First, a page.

New Delhi: Scientists flagged increasing bouts of drought across India and South Asia based on the IPCC's (Intergovernmental Panel on Climate Change) Sixth Assessment Report (SAR), reports IANS. The IPCC's SAR of the Working Group I (AR6WGI) titled "Climate Change 2021: The Physical Science" released on Monday has warned about an increase in monsoon precipitation extremities.
The predicted drought phenomenon is due to the rising temperatures towards the second half of the 21st century, which leads to increased variations in monsoon precipitation, the scientists said, citing the IPCC report.
The new report has a dedicated chapter for water cycles, which is a first. The chapter includes a detailed description of monsoon in South Asia and South-East Asia among other five monsoonal regions worldwide such as North American Monsoon, West African Monsoon, East Asian Monsoon, South American Monsoon and Australian & Maritime Continent Monsoon.
One of the authors of the IPCC report, Raghavan Krishnan, told the media that there would be spells of heavy rainfall and drought with the increasing variability in precipitation. The temperature will be warmer, increasing evapo-transmission demand, he said. Raghavan is the Executive Director at the Centre for Climate Change Research (CCCR) of the Indian Institute of Tropical Meteorology (IITM), Pune.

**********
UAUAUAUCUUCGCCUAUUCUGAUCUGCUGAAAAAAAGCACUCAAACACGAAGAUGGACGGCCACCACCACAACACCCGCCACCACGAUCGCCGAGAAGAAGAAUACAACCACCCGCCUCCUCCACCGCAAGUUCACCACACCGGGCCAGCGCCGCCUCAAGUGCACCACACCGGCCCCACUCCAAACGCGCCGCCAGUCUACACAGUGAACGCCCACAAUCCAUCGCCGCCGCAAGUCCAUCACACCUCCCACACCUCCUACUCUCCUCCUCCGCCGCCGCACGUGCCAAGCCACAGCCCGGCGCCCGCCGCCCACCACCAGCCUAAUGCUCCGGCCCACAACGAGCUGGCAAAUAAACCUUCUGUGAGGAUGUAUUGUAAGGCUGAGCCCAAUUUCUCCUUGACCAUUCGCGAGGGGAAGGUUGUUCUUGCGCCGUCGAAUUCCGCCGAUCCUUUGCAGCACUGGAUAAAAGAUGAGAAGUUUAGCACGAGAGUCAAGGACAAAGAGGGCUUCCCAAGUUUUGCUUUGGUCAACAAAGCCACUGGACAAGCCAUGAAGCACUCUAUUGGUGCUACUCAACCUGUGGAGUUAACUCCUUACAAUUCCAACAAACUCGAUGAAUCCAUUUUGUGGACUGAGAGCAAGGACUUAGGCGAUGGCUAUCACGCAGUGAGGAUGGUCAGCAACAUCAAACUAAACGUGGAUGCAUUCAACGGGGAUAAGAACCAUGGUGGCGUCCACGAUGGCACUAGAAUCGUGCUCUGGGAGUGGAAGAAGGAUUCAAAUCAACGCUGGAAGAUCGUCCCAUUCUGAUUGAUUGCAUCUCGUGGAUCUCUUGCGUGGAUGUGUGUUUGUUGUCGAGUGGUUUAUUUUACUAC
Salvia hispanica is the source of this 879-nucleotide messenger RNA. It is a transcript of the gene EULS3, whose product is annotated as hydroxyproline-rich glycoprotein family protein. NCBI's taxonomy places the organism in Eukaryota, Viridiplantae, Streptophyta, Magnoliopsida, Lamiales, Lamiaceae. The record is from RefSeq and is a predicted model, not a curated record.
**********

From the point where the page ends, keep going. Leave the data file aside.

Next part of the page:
He further said that even when there would be a lot of precipitation and increased soil moisture, the increase in temperature will lead to increased evapo-transmission and huge moisture fluctuations.
The report mentioned a total weakening of the South Asian Monsoon in the second half of the 20th century. Raghavan said that results from climate models indicate that anthropogenic aerosol forcing has dominated the recent decrease in summer monsoon precipitation against the expected intensification due to Green House Gases. Aerosols scatter and absorb solar radiation, reducing the energy available for surface evaporation and precipitation. Evapo-transmission also increases on land surfaces such as urban heat islands, leading to local convection, attracting more events.
The lead author of the chapter on 'Future Global Climate' in the report, Swapna Panickal, talked about the rising sea level and increased flooding.
For a first in India, the IITM Earth System Model (IITM_ESM) climate projections (CMIP6) were added in the IPCC AR6WG1 report.
The IPCC's AR6WG1 report is the most updated physical understanding of the climate system and climate change. The updates are derived by combining the latest advances in climate sciences and multiple lines of evidence from paleoclimate, observations, process understanding, global and regional climate simulations.
Even though global warming is known for decades, the latest report shows that the recently observed changes in the climate system are widespread, rapid and intensifying. Also, unprecedented in thousands of years.
The global temperature increased 1.1 degrees from 1850-1900, over the past years and past four decades were the warmest since pre-industrial times. The IPCC report predicts increased climate change. For 1.5 degrees Celcius of global warming, there will be an increase in intensity and frequency of heat waves, extreme precipitation and droughts.